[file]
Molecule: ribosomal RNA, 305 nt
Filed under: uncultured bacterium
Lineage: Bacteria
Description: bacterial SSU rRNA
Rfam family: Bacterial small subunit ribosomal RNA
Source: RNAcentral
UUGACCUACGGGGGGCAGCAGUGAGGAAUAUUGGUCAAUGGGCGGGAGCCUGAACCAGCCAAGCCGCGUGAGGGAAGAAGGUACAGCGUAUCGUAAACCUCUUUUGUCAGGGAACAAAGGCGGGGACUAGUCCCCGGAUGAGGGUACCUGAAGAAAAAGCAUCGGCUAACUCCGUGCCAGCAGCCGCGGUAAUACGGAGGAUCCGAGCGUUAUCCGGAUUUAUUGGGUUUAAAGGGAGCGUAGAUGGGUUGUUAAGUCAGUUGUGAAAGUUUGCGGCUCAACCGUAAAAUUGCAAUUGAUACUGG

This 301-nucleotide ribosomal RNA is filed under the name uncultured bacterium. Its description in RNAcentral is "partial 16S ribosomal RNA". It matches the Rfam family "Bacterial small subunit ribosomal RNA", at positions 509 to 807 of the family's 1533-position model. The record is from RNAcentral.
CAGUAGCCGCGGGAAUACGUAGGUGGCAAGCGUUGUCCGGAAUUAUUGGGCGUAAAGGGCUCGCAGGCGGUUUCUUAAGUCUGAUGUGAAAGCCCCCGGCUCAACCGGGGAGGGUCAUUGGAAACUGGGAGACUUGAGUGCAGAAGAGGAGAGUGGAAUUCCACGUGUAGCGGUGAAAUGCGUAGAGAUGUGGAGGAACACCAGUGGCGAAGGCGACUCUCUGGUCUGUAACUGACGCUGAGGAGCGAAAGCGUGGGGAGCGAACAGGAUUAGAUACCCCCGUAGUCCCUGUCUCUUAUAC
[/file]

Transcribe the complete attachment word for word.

Molecule: ribosomal RNA, 305 nt
Filed under: uncultured bacterium
Lineage: Bacteria
Description: bacterial SSU rRNA
Rfam family: Bacterial small subunit ribosomal RNA
Source: RNAcentral
UUGACCUACGGGGGGCAGCAGUGAGGAAUAUUGGUCAAUGGGCGGGAGCCUGAACCAGCCAAGCCGCGUGAGGGAAGAAGGUACAGCGUAUCGUAAACCUCUUUUGUCAGGGAACAAAGGCGGGGACUAGUCCCCGGAUGAGGGUACCUGAAGAAAAAGCAUCGGCUAACUCCGUGCCAGCAGCCGCGGUAAUACGGAGGAUCCGAGCGUUAUCCGGAUUUAUUGGGUUUAAAGGGAGCGUAGAUGGGUUGUUAAGUCAGUUGUGAAAGUUUGCGGCUCAACCGUAAAAUUGCAAUUGAUACUGG

This 301-nucleotide ribosomal RNA is filed under the name uncultured bacterium. Its description in RNAcentral is "partial 16S ribosomal RNA". It matches the Rfam family "Bacterial small subunit ribosomal RNA", at positions 509 to 807 of the family's 1533-position model. The record is from RNAcentral.
CAGUAGCCGCGGGAAUACGUAGGUGGCAAGCGUUGUCCGGAAUUAUUGGGCGUAAAGGGCUCGCAGGCGGUUUCUUAAGUCUGAUGUGAAAGCCCCCGGCUCAACCGGGGAGGGUCAUUGGAAACUGGGAGACUUGAGUGCAGAAGAGGAGAGUGGAAUUCCACGUGUAGCGGUGAAAUGCGUAGAGAUGUGGAGGAACACCAGUGGCGAAGGCGACUCUCUGGUCUGUAACUGACGCUGAGGAGCGAAAGCGUGGGGAGCGAACAGGAUUAGAUACCCCCGUAGUCCCUGUCUCUUAUAC